Intricate electrical work with Class 00 gloves.
Electrical Protective Gloves
Protector gloves must be worn over insulating gloves. However, there are exceptions. Protector gloves are not required for the following conditions when small equipment and parts manipulation necessitate unusually high finger dexterity:
- When using Class 00 gloves, if the voltage does not exceed 250 volts, ac, or 375 volts, dc.
- When using Class 0 gloves, under limited-use conditions.
- When using any other class of glove:
- if the employer can demonstrate that the possibility of physical damage to the gloves is small, and
- if the class of glove is one class higher than that required for the voltage involved.
Employees using any class of gloves without protector gloves should take extra care to avoid handling sharp objects. Insulating gloves that have been used without protector gloves may not be used at a higher voltage until they have been tested.
Inspecting Gloves - Lineman's Testing Labs
Insulating equipment must be tested initially and regularly thereafter according to the following schedule from 1910.137, Table 1-5, Rubber Insulating Equipment, Test Intervals:
- Rubber insulating line hose. Test when indication that insulating value is suspect and after repair
- Rubber insulating covers. Test when indication that insulating value is suspect and after repair
- Rubber insulating blankets. Test before first issue and every 12 months thereafter; upon indication that insulating value is suspect; and after repair.
- Rubber insulating gloves. Test before first issue and every 6 months thereafter; upon indication that insulating value is suspect; after repair; and after use without protectors.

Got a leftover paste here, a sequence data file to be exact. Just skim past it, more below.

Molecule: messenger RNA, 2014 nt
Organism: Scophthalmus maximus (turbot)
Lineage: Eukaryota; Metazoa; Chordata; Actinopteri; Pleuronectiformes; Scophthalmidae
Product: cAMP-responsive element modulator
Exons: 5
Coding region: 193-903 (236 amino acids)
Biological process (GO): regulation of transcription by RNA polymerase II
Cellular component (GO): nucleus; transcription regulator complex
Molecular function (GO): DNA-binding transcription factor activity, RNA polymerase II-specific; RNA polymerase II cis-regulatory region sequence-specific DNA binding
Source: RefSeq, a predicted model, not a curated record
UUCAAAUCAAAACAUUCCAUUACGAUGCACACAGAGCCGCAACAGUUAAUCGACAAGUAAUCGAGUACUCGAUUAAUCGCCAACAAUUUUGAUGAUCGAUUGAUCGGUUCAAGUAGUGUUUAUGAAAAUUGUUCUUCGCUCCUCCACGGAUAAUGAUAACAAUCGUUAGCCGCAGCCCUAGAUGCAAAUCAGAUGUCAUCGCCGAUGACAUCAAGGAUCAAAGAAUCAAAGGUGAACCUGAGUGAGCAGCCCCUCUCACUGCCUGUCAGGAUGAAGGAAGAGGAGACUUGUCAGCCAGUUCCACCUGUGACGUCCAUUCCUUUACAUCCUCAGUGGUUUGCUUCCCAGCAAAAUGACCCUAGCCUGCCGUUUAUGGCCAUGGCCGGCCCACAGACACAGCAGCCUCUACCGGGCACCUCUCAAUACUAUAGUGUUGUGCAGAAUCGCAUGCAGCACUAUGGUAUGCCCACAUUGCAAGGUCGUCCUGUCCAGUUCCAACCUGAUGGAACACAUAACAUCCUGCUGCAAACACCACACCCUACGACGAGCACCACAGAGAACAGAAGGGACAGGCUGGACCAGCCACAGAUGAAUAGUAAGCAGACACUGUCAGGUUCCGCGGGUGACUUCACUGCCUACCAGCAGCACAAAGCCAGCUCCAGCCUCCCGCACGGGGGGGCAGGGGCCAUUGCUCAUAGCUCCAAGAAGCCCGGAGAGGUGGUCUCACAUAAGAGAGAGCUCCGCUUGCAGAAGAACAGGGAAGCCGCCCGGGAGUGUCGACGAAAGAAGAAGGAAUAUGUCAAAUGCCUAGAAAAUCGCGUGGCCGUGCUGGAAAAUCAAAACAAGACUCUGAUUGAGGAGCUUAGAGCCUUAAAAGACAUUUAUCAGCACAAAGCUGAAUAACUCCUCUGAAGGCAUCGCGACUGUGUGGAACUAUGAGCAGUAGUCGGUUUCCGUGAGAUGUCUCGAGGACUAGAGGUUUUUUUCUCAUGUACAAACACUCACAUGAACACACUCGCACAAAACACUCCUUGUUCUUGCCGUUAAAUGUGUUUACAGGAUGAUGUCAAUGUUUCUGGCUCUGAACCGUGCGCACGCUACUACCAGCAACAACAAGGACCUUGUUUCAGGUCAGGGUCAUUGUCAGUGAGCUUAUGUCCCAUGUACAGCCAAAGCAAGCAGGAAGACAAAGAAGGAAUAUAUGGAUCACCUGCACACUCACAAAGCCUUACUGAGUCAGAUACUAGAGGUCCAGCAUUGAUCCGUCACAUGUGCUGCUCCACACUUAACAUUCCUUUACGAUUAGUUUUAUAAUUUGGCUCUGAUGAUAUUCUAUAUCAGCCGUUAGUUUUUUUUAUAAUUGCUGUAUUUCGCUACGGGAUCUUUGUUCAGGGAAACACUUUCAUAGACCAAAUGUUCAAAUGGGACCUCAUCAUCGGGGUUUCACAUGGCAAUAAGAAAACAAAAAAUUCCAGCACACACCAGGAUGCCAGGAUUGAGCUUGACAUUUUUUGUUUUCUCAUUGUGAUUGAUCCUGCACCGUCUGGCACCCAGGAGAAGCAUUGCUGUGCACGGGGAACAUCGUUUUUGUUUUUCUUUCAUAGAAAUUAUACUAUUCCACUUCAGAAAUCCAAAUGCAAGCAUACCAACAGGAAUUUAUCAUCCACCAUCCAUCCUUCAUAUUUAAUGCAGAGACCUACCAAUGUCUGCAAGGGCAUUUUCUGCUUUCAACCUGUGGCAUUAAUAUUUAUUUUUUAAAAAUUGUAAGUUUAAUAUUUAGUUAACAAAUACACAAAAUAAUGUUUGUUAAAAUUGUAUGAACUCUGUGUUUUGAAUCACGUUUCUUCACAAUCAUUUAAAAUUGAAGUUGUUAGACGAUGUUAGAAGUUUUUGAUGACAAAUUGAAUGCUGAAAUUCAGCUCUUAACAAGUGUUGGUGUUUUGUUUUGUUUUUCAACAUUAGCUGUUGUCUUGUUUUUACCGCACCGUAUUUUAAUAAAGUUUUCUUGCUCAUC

- Rubber insulating sleeves. Test before first issue and every 12 months thereafter; upon indication that insulating value is suspect; and after repair.
If the insulating equipment has been electrically tested but not issued for service, it may not be placed into service unless it has been electrically tested within the previous 12 months.
American Safety High Voltage Test Lab
As mentioned earlier in the module, electrical protective equipment must be subjected to periodic electrical tests. Test voltages and the maximum intervals between tests must be in accordance with 1910.137, Table 1-4, Rubber Insulating Equipment, Voltage Requirements and Table I-5, Rubber Insulating Equipment, Test Intervals.
The test method used must reliably indicate whether the insulating equipment can withstand the voltages involved. Repaired insulating equipment must be retested before it may be used by employees.
Note: Standard electrical test methods considered as meeting this requirement are given in the national consensus standards of The American Society for Testing and Materials (ASTM).
If the insulating equipment fails to pass inspections or electrical tests, it may not be used by employees. Below is a list of exceptions:
- Rubber insulating line hose may be used in shorter lengths with the defective portion cut off.
- Rubber insulating blankets may be repaired using a compatible patch that results in physical and electrical properties equal to those of the blanket.
- Rubber insulating blankets may be salvaged by severing the defective area from the undamaged portion of the blanket. The resulting undamaged area may not be smaller
than 22 inches by 22 inches (560 mm by 560 mm) for Class 1, 2, 3, and 4 blankets.
- Rubber insulating gloves and sleeves with minor physical defects, such as small cuts, tears, or punctures, may be repaired by the application of a compatible patch.
Also, rubber insulating gloves and sleeves with minor surface blemishes may be repaired with a compatible liquid compound. The patched area must have electrical and
physical properties equal to those of the surrounding material. Repairs to gloves are permitted only in the area between the wrist and the reinforced edge of the opening.
The employer must certify that equipment has been tested in accordance with the requirements of the standard, and the certification must identify the equipment that passed the test and the date it was tested.
Marking equipment and entering the results of the tests and the testing dates onto logs are two acceptable ways to meet this requirement.